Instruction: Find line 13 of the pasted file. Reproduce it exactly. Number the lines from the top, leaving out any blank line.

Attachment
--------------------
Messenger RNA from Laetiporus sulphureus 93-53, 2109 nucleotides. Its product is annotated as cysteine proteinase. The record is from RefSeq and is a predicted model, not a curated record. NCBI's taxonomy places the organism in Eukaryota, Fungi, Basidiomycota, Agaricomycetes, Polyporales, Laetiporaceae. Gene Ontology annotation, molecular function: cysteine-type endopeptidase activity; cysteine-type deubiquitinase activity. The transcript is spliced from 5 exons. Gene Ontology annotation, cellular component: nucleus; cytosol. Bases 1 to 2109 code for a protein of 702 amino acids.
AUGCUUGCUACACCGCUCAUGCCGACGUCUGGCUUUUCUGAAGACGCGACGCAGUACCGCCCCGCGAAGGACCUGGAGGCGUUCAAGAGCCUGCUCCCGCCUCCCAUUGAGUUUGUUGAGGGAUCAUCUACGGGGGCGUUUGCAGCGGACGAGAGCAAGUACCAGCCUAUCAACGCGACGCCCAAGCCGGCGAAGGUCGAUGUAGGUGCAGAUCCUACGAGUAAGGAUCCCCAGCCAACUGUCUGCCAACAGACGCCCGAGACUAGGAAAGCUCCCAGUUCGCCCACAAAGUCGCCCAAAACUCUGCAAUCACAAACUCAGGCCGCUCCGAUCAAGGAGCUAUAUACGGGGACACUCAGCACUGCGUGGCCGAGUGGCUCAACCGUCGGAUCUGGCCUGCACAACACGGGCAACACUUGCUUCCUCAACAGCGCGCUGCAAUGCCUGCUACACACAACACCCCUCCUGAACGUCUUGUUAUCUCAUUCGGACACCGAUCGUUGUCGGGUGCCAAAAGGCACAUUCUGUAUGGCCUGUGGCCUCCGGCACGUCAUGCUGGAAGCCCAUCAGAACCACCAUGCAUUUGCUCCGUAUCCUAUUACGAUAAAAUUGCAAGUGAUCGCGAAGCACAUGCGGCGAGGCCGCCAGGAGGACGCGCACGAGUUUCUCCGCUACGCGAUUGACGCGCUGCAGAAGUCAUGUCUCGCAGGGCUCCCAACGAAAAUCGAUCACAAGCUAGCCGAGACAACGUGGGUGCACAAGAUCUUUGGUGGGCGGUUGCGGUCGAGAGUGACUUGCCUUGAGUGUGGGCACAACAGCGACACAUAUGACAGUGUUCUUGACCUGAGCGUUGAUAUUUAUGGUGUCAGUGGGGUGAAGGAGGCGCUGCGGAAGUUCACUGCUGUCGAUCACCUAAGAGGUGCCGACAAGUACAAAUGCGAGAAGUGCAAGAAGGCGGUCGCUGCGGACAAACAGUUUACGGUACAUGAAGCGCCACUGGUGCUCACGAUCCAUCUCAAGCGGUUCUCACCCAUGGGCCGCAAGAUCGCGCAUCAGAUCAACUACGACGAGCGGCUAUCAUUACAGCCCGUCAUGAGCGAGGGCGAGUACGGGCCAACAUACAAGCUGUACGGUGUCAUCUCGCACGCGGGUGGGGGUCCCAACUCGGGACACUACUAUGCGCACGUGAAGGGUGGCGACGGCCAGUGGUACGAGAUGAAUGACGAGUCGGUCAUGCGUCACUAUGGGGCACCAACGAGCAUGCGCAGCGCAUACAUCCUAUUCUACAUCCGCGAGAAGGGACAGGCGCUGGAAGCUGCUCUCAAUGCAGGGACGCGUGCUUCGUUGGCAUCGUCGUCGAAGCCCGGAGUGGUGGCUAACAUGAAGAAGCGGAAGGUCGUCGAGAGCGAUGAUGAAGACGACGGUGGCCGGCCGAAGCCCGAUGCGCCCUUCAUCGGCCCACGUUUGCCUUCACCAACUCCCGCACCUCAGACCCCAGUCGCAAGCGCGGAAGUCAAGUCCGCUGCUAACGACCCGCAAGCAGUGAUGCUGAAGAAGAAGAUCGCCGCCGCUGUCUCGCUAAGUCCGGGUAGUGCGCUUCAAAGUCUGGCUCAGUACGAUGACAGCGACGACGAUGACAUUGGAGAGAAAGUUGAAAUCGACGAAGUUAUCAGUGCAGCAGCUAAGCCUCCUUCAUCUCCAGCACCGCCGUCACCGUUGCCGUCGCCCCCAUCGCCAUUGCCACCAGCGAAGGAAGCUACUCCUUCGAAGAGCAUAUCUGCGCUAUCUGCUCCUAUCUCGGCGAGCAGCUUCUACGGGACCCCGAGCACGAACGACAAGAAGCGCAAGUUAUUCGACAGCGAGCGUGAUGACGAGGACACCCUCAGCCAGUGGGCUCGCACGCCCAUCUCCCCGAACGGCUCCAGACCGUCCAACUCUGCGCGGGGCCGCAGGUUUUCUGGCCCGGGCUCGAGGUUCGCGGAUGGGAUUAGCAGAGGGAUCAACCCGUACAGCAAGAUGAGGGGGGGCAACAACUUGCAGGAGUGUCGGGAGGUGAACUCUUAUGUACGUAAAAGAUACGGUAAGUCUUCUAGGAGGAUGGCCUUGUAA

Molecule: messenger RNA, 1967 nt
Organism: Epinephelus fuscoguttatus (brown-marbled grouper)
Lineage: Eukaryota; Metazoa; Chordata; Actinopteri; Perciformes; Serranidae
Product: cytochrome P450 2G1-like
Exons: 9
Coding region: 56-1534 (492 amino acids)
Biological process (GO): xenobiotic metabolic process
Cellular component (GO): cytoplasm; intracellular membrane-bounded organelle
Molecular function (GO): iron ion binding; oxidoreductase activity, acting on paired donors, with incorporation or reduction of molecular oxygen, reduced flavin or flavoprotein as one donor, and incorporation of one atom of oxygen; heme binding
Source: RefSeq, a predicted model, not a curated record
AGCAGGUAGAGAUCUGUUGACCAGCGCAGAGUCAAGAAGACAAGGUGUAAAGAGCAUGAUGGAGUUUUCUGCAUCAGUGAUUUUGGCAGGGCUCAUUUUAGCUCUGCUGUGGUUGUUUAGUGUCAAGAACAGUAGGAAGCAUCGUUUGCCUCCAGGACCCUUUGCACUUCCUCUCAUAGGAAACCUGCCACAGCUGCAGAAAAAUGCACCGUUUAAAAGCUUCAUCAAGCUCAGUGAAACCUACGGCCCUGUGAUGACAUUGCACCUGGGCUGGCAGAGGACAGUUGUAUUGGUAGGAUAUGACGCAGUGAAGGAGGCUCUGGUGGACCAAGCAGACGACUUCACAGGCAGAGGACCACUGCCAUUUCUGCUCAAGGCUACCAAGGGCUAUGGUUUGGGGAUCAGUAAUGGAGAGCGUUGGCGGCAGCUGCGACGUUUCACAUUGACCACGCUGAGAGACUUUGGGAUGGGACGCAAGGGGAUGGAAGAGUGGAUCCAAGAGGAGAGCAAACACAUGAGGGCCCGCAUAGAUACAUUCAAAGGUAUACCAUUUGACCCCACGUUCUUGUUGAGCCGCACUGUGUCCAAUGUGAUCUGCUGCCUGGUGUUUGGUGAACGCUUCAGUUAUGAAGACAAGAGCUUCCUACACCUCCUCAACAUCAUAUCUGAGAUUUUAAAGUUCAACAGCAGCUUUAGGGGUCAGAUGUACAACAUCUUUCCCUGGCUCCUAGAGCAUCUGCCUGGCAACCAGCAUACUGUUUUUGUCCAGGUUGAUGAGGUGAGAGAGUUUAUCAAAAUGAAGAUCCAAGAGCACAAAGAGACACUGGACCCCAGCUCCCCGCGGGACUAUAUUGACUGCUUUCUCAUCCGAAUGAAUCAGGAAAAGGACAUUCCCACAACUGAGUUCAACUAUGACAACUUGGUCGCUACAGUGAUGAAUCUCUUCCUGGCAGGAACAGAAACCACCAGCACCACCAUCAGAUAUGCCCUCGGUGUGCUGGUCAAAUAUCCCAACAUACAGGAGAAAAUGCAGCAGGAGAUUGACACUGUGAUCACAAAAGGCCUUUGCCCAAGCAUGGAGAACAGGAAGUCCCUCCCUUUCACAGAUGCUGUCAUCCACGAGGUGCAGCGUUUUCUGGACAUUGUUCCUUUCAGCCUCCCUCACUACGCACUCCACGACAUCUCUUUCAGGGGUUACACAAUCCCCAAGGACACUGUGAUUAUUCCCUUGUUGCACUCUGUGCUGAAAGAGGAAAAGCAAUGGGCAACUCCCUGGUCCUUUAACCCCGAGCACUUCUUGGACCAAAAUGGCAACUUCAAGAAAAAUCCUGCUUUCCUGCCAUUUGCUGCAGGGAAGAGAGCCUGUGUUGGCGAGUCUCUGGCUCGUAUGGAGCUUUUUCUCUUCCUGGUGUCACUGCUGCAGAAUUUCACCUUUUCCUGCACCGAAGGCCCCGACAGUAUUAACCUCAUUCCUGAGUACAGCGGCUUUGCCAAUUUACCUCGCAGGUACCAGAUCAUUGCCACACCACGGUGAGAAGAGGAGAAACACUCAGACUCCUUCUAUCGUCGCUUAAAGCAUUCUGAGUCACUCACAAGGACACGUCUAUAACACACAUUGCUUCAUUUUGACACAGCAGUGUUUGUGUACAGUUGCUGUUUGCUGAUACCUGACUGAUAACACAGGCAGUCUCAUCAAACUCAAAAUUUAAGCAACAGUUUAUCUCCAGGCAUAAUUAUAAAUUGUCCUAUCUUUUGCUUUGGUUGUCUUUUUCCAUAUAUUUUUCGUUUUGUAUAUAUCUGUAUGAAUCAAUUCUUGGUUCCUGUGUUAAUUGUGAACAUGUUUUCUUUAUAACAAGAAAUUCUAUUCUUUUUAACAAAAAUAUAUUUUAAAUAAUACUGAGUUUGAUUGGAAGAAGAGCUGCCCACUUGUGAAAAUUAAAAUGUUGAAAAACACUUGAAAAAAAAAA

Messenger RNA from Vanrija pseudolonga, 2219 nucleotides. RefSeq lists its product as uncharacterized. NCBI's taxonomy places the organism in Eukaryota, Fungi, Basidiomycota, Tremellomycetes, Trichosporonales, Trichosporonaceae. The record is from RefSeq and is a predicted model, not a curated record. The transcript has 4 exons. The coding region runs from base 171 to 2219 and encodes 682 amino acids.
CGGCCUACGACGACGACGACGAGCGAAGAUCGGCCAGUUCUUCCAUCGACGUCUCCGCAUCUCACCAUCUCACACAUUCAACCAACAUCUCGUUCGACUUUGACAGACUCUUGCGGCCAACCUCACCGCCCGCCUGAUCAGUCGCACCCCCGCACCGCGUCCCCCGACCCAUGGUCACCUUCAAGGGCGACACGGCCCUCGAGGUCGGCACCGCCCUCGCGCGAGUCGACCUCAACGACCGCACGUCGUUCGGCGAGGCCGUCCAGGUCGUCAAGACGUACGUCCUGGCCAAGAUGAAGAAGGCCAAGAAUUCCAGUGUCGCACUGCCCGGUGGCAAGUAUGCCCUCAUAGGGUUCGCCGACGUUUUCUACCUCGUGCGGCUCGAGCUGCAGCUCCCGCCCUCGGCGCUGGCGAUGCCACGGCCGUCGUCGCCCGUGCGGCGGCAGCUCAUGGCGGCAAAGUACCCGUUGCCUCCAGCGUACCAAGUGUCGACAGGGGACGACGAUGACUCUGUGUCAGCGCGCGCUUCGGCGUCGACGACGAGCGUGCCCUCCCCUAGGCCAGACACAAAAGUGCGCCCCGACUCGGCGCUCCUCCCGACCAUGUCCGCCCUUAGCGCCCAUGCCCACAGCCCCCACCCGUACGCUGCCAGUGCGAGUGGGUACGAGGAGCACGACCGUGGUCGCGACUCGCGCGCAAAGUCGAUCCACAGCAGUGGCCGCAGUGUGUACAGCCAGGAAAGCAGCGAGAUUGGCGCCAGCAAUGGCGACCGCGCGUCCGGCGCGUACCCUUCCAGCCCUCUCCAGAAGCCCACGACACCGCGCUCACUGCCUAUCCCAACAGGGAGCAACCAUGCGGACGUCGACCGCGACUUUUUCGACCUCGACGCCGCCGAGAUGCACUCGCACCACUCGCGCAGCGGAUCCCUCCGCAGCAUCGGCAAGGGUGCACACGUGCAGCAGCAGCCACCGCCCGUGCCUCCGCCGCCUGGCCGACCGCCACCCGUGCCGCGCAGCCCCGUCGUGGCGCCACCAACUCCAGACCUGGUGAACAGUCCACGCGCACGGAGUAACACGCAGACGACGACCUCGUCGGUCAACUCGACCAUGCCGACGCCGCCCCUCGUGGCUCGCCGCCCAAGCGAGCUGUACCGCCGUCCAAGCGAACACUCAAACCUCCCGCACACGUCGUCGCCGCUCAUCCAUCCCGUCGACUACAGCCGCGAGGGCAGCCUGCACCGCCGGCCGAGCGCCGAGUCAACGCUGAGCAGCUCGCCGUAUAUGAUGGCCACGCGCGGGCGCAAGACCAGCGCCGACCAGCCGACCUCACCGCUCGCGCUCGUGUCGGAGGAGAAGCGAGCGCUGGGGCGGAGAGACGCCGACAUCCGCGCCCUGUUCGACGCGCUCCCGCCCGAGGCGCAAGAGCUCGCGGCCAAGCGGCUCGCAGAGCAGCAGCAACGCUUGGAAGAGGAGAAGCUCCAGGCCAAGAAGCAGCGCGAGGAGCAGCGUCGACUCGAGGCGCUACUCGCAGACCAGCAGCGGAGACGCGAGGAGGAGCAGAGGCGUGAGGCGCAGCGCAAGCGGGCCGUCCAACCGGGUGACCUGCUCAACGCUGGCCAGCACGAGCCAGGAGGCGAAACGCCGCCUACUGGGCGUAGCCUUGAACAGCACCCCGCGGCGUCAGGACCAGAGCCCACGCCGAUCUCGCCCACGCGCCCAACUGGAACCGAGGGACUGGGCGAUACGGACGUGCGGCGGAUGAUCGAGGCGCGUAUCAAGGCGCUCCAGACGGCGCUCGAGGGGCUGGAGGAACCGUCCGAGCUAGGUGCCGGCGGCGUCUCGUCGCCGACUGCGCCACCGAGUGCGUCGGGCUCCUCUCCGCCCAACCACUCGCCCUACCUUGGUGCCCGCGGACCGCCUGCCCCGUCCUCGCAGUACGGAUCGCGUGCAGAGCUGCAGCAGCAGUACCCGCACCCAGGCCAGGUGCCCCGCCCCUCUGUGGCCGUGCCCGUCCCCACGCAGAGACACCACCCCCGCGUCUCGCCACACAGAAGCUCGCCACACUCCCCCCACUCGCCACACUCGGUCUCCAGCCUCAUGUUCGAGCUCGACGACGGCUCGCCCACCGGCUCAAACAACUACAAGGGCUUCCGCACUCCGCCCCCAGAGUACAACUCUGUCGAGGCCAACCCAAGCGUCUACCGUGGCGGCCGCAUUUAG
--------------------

AGCAGGUAGAGAUCUGUUGACCAGCGCAGAGUCAAGAAGACAAGGUGUAAAGAGCAUGAUGGAGUUUUCUGCAUCAGUGAUUUUGGCAGGGCUCAUUUUAGCUCUGCUGUGGUUGUUUAGUGUCAAGAACAGUAGGAAGCAUCGUUUGCCUCCAGGACCCUUUGCACUUCCUCUCAUAGGAAACCUGCCACAGCUGCAGAAAAAUGCACCGUUUAAAAGCUUCAUCAAGCUCAGUGAAACCUACGGCCCUGUGAUGACAUUGCACCUGGGCUGGCAGAGGACAGUUGUAUUGGUAGGAUAUGACGCAGUGAAGGAGGCUCUGGUGGACCAAGCAGACGACUUCACAGGCAGAGGACCACUGCCAUUUCUGCUCAAGGCUACCAAGGGCUAUGGUUUGGGGAUCAGUAAUGGAGAGCGUUGGCGGCAGCUGCGACGUUUCACAUUGACCACGCUGAGAGACUUUGGGAUGGGACGCAAGGGGAUGGAAGAGUGGAUCCAAGAGGAGAGCAAACACAUGAGGGCCCGCAUAGAUACAUUCAAAGGUAUACCAUUUGACCCCACGUUCUUGUUGAGCCGCACUGUGUCCAAUGUGAUCUGCUGCCUGGUGUUUGGUGAACGCUUCAGUUAUGAAGACAAGAGCUUCCUACACCUCCUCAACAUCAUAUCUGAGAUUUUAAAGUUCAACAGCAGCUUUAGGGGUCAGAUGUACAACAUCUUUCCCUGGCUCCUAGAGCAUCUGCCUGGCAACCAGCAUACUGUUUUUGUCCAGGUUGAUGAGGUGAGAGAGUUUAUCAAAAUGAAGAUCCAAGAGCACAAAGAGACACUGGACCCCAGCUCCCCGCGGGACUAUAUUGACUGCUUUCUCAUCCGAAUGAAUCAGGAAAAGGACAUUCCCACAACUGAGUUCAACUAUGACAACUUGGUCGCUACAGUGAUGAAUCUCUUCCUGGCAGGAACAGAAACCACCAGCACCACCAUCAGAUAUGCCCUCGGUGUGCUGGUCAAAUAUCCCAACAUACAGGAGAAAAUGCAGCAGGAGAUUGACACUGUGAUCACAAAAGGCCUUUGCCCAAGCAUGGAGAACAGGAAGUCCCUCCCUUUCACAGAUGCUGUCAUCCACGAGGUGCAGCGUUUUCUGGACAUUGUUCCUUUCAGCCUCCCUCACUACGCACUCCACGACAUCUCUUUCAGGGGUUACACAAUCCCCAAGGACACUGUGAUUAUUCCCUUGUUGCACUCUGUGCUGAAAGAGGAAAAGCAAUGGGCAACUCCCUGGUCCUUUAACCCCGAGCACUUCUUGGACCAAAAUGGCAACUUCAAGAAAAAUCCUGCUUUCCUGCCAUUUGCUGCAGGGAAGAGAGCCUGUGUUGGCGAGUCUCUGGCUCGUAUGGAGCUUUUUCUCUUCCUGGUGUCACUGCUGCAGAAUUUCACCUUUUCCUGCACCGAAGGCCCCGACAGUAUUAACCUCAUUCCUGAGUACAGCGGCUUUGCCAAUUUACCUCGCAGGUACCAGAUCAUUGCCACACCACGGUGAGAAGAGGAGAAACACUCAGACUCCUUCUAUCGUCGCUUAAAGCAUUCUGAGUCACUCACAAGGACACGUCUAUAACACACAUUGCUUCAUUUUGACACAGCAGUGUUUGUGUACAGUUGCUGUUUGCUGAUACCUGACUGAUAACACAGGCAGUCUCAUCAAACUCAAAAUUUAAGCAACAGUUUAUCUCCAGGCAUAAUUAUAAAUUGUCCUAUCUUUUGCUUUGGUUGUCUUUUUCCAUAUAUUUUUCGUUUUGUAUAUAUCUGUAUGAAUCAAUUCUUGGUUCCUGUGUUAAUUGUGAACAUGUUUUCUUUAUAACAAGAAAUUCUAUUCUUUUUAACAAAAAUAUAUUUUAAAUAAUACUGAGUUUGAUUGGAAGAAGAGCUGCCCACUUGUGAAAAUUAAAAUGUUGAAAAACACUUGAAAAAAAAAA